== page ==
shitfacedSome re-issues are blatant money-making efforts and others are a public service. Think of these two as the latter. They’re both on vinyl. No digital downloads.

Dismissing The Onyas as a sub-tropical, Johnny-come-lately version of the Cosmic Psychos does both bands a disservice. Both bands are still going (The Onyas sporadically) and share a member in John McKeering (aka Mad Macka). You might say him joining Cosmic Psychos was inevitable. Some have.  

Both bands share an Oz rock yobbo sensibility and taste for high-speed punk, but The Onyas sounded punkier and seemed to strip the sound down further (if that was possible.) They didn't have a fuzz bass and personalised their songs to reflect everyday things in the Brisbane scene that had birthed them.

“Get Shit Faced…” sounded desperate when it came out on Au Go Go in 1996. Desperate to be heard, a band desperate not to be stuck in the relatively small pond of Brisbane’s often strangulated scene any longer.

With the brotherly engine room of Richard Stanley (bass) and Jordan “Jaws” Stanley (drums) in lockstep and the (then-much smaller but still substantial) presence of Mad Macka on guitar and vocals, they were a relief from the twee pop and cliched grunge that was still all-pervading.

Every song on “Get Shitfaced” packs a punch. A couple blend into another, but that shouldn’t be a detraction because it’s more a virtue. There’s enough meat on these bones to get you chewing into next week. “Weapon”, “I Love Girls”, the stammering “Mrs Deacon” and the tongue-in-cheek “Hit By A Tram” (that one perhaps the only self-consciously Psychos-like track) hold up against anything else released at the time.

Only “Now It’s Gone” comes close to pop - and that requires some imagination. It’s probably the longest song, too.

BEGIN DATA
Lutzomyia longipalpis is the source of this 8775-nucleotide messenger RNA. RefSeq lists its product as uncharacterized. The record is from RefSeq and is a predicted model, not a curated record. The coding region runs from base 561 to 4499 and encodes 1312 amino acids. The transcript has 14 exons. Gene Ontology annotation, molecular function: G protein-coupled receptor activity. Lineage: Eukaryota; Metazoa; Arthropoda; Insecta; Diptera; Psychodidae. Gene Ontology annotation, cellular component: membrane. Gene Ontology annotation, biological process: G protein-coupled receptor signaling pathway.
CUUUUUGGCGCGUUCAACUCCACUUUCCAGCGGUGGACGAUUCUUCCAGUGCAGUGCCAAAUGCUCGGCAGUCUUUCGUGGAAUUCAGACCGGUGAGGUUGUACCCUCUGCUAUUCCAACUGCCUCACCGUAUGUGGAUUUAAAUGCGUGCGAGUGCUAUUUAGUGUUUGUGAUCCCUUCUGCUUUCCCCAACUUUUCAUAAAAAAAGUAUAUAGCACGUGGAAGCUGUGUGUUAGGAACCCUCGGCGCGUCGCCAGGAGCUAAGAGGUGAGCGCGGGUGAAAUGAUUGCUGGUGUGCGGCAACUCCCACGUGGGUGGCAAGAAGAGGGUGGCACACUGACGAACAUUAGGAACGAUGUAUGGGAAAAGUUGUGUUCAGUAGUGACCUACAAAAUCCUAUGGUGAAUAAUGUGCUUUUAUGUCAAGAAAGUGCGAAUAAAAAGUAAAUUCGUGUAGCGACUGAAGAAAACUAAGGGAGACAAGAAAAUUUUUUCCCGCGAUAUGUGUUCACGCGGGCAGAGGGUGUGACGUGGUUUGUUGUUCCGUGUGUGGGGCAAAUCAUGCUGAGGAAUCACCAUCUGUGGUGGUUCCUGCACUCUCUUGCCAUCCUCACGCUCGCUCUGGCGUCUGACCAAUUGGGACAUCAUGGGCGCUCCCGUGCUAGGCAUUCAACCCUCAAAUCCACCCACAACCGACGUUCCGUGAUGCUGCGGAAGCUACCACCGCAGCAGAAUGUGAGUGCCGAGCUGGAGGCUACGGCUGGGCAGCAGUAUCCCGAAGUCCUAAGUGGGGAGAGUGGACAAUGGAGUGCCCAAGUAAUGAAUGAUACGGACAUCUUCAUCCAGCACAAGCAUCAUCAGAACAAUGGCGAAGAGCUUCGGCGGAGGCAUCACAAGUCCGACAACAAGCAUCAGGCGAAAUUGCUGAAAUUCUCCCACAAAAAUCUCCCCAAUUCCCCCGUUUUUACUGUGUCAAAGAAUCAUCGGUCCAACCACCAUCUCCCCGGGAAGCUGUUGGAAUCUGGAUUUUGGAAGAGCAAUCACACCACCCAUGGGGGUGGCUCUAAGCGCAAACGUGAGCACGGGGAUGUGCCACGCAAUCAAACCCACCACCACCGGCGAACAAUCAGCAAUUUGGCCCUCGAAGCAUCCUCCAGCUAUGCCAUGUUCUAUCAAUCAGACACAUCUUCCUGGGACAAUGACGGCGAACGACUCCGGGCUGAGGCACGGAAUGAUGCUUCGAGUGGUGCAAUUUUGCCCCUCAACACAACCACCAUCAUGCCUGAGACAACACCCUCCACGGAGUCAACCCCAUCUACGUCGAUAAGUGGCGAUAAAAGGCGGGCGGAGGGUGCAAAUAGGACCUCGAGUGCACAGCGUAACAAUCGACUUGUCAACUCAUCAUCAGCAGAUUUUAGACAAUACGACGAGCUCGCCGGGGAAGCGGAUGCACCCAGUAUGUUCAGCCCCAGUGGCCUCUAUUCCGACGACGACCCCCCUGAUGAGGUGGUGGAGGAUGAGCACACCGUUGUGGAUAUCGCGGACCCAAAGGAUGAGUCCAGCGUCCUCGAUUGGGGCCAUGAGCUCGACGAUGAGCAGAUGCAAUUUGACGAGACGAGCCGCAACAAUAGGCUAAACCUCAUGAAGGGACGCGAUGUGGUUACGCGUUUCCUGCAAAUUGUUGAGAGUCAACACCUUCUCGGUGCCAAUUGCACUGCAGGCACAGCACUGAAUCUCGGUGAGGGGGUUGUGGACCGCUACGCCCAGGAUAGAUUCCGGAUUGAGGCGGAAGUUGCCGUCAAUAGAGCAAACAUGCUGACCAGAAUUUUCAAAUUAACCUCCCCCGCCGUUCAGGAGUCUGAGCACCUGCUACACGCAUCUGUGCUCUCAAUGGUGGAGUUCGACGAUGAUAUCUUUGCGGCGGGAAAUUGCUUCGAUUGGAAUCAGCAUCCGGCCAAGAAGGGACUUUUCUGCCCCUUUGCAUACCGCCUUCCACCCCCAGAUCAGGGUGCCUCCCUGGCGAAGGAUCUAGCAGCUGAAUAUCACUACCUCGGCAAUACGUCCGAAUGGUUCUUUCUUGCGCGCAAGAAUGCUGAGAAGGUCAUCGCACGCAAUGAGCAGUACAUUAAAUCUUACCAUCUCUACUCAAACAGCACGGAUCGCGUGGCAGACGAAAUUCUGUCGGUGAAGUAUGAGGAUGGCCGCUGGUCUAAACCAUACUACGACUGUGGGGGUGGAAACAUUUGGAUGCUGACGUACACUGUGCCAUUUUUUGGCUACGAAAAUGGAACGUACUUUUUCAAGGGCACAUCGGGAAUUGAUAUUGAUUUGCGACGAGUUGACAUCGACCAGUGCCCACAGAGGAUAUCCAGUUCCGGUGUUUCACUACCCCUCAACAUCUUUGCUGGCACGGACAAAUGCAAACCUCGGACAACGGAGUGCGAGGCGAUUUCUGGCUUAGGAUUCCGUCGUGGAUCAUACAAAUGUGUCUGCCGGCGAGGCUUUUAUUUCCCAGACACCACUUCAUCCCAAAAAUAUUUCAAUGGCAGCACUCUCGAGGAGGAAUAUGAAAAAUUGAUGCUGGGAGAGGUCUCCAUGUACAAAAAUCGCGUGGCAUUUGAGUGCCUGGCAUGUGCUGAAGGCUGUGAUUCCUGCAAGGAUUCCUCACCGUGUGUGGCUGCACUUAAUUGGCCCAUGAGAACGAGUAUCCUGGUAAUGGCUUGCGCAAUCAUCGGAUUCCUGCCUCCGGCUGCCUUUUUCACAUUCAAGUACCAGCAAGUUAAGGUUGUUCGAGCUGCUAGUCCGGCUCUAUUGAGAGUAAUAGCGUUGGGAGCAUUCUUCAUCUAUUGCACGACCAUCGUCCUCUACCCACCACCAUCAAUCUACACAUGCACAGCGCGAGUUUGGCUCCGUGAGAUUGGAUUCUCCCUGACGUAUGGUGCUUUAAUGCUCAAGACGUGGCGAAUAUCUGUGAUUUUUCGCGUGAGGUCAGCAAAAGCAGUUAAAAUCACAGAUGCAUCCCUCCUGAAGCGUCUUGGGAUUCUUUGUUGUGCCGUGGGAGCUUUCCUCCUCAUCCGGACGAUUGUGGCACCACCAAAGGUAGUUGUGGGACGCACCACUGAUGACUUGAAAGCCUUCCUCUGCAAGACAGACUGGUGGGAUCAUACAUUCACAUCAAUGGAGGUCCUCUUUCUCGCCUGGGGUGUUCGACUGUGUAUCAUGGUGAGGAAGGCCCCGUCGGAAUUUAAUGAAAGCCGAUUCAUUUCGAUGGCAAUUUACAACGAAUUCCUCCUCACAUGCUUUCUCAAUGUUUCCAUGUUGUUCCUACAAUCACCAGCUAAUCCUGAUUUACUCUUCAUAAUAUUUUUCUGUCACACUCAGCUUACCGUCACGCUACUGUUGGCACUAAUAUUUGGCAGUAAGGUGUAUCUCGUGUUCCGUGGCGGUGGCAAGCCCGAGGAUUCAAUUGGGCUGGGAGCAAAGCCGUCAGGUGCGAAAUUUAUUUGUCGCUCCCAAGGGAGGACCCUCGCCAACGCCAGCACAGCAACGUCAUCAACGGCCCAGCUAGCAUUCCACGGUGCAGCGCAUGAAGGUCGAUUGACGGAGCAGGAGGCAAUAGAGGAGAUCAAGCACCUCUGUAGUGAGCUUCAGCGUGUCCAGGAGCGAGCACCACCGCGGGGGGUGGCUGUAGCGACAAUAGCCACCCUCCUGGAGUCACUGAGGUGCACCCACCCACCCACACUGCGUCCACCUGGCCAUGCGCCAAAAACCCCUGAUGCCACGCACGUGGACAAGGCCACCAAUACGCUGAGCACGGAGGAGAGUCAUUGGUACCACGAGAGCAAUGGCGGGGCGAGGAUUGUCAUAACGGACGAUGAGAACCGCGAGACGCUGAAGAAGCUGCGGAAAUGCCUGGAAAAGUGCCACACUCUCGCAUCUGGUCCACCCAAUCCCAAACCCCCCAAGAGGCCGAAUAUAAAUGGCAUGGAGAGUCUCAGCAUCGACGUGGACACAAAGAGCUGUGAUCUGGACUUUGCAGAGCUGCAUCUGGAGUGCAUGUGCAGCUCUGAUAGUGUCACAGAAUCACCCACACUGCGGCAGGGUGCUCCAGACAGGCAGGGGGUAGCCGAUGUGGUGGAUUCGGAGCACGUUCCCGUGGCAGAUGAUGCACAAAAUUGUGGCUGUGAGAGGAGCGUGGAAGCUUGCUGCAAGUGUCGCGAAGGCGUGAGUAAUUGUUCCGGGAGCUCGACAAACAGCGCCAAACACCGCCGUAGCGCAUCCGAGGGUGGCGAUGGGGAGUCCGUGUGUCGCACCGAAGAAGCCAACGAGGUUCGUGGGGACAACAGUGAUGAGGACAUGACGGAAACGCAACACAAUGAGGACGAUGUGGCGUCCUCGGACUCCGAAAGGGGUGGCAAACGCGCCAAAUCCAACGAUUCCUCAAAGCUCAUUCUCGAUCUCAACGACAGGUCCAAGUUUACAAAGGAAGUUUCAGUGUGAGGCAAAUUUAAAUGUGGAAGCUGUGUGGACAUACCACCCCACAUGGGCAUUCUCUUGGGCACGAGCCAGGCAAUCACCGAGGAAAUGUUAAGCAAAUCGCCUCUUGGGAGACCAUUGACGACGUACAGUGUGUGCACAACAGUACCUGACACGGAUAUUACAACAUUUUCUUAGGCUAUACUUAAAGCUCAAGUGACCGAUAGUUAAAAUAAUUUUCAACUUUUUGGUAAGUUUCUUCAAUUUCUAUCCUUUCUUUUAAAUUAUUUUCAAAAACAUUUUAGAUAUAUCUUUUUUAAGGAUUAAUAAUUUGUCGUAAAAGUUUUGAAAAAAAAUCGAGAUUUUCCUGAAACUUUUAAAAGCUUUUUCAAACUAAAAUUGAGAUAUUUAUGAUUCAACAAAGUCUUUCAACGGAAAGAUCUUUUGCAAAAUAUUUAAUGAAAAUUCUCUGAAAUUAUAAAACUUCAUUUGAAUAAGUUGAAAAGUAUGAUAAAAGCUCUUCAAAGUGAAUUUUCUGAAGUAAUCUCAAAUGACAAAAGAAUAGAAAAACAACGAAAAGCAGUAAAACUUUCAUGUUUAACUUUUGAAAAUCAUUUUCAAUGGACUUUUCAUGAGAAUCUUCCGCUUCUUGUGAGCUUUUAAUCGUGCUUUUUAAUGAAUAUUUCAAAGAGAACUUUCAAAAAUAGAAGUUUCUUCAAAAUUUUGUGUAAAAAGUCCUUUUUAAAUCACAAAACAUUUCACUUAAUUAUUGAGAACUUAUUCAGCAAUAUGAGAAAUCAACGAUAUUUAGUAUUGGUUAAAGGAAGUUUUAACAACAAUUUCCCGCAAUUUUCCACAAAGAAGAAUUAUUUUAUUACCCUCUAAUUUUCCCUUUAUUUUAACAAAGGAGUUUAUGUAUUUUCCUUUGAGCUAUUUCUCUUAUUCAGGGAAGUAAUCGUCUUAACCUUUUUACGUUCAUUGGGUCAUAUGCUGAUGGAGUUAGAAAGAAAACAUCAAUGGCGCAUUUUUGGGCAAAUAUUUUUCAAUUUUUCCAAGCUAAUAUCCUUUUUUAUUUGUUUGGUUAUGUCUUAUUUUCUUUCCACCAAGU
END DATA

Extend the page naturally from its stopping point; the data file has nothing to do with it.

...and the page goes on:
The whole LP has been remixed and remastered by Mikey Young - so you know it sounds better than the original.

sixFast forward two years and “Six!” was in the record store racks. The Onyas had escaped Brisbane - they’d chalked up European and US tours - and if the world wasn’t their oyster it was probably visible in the bottom of their glass of Forex.

“Six!” has a clearer but no less punchy mix and, at times, the pace is even more furious than its predecessor. Tracks like “When Size Matters” and “Hard To Want” are amazingly tight and furious.

Recorded on a Euro tour, it sounds harder than its predecessor and undoubtedly reflects a band that was match-fit with thousands of kilometres under its belt. A dash of thin keyboards (notably on “The Last Of The ¡Atope! Sticks”) adds another element but The Onyas remain The Onyas and never stray far from home base.

Songs? If you'te a fan you'll know them and have your own opinion. There are two sides to "Six!" and they're labelled "Six" and "Out".My vote goes to the ones on the "Six" side. 

It all sounds great: Mikey Young’s tweaked this one in the mastering (only he or the band could tell you what’s different) and it’s on vinyl and plays at 45rpm.

rollingrollingrollingrolling 1/4 - Get Shitfaced With The Onyas 

rollingrollingrollingrolling - Six!

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